What Are the Different Models of Blended Learning?

Blended learning has become a buzzword in education, one that is touted whenever personalized or student-centered learning is discussed—which is, to say, quite often.

A blended learning program is any scenario in which a student learns (at least in part) online or through digital media. This is a broad definition, and the term “blended learning” can encompass several different education models and sub-models. In fact, you may receive wildly different answers as to how many blended learning models exist. However, there are four models that are commonly recognized as the crux of blended learning:

Flex learning

A flex model of blended learning is as close as you can get to a fully online course, while still maintaining some qualities of a hybrid model. In a flex model, online or digital-based lessons are considered the backbone of a student’s education. However, students learn using digital media in a brick and mortar classroom. Many classrooms that use a flex model utilize “playlists” of lecture videos and online activities, which students complete individually. This allows students to move at their own pace, and it creates time for the instructor to help each student individually.

Flex learning is growing in popularity, but one of the largest obstacles to this model is funding. A true flex model of learning requires each student to have access to his or her own technology, in addition to access to break-out sessions, science labs, and collaboration rooms. Perhaps the larger challenge, however, is the change of the teacher’s role from the center of the classroom to being a guide on the sidelines.

The flipped classroom

The flipped classroom may sound similar to a flex model. However, a flipped classroom puts nearly equal emphasis on online and in-class learning. A traditional classroom may feature a teacher presenting on a topic to the class as a whole, with limited time left over for personalized instruction or one-on-one help. With a flipped classroom, these lectures and other lessons are typically delivered online. Students can watch a lecture or read about a topic in their own time, which frees up class time for personalized learning activities and one-on-one help.

The goal of flipped learning is to engage students in more active learning—class time is spent exploring topics in depth, working in groups, or doing independent research. This can enhance lessons, but a model like this one also depends on students’ access to technology and theirability to self-motivate. Therefore, teachers should consider student motivation and access to technology before moving to a flipped classroom model (or trying the model with a new unit).

Beyond the technical requirements, the student is central to a flipped model—unlike a traditional model, where a teacher, who disseminates information and answers questions, is central. It may take time for both teachers and students to adjust to this change of focus.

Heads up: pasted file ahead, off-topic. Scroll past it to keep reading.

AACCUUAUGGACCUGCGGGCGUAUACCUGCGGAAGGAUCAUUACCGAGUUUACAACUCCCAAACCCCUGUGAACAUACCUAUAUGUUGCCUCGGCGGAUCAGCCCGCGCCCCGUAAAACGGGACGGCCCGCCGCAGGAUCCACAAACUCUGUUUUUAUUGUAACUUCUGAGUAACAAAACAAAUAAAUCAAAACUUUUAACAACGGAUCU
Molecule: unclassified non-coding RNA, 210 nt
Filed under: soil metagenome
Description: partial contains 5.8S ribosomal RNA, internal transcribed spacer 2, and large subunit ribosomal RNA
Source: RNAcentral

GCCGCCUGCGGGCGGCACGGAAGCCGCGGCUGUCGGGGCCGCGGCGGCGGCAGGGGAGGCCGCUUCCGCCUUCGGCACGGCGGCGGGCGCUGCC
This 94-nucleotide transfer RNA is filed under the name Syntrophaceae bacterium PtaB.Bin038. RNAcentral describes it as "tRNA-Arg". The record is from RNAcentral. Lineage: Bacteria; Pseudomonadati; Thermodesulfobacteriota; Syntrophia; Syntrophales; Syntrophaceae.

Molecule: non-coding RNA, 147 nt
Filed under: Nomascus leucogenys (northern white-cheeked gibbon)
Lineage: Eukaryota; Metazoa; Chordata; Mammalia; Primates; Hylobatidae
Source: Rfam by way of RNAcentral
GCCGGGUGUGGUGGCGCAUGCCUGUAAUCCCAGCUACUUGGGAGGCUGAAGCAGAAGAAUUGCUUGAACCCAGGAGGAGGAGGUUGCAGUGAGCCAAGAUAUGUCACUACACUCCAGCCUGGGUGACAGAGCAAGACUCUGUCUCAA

Rotation models: station rotation and lab rotation

As the name implies, a station rotation model involves students rotating among various learning stations (at least one of which is an online learning station) within the same classroom for a given subject. “Stations” can include hands-on activities, small group instruction, individual help, and assignments. A defining feature of the station rotation model is that a classroom may move through stations as a whole or in small groups. This provides more flexibility for the instructor to provide the most individualized attention to each small group.

Similarly, the lab rotation model also involves rotating over the course of a day among different stations, but each station consists of a different subject area. In addition, an entire classroom of students physically moves from room to room. This change of environments is essential to the lab rotation model—it primes the student to learn a new subject in a different way. You may ask, “Where is the technology?” In this model, at least one of the stations is an online learning center or computer lab, where students primarily learn on their own with the assistance of an instructor.

The other stations may be traditional classrooms, where an instructor lectures on a particular topic to the class as a whole.

Many of these blended learning models share common features (in fact, many consider flipped classrooms to be a rotation model). Incorporating blended learning into your classroom is something that takes time and planning. Consider the benefits of each model, and which would be most feasible for your classroom. Can your school afford new technology for every student? Does each student in your classroom have access to reliable technology at home? These are factors to think through before moving your classroom into a blended learning environment.

Sydney MillerSydney Miller is an Online Marketing Coordinator for Varsity Tutors, the leading curated marketplace for the top private tutors in the U.S. The company also builds mobile learning apps, online tutoring environments, and other tutoring and test prep-focused technologies.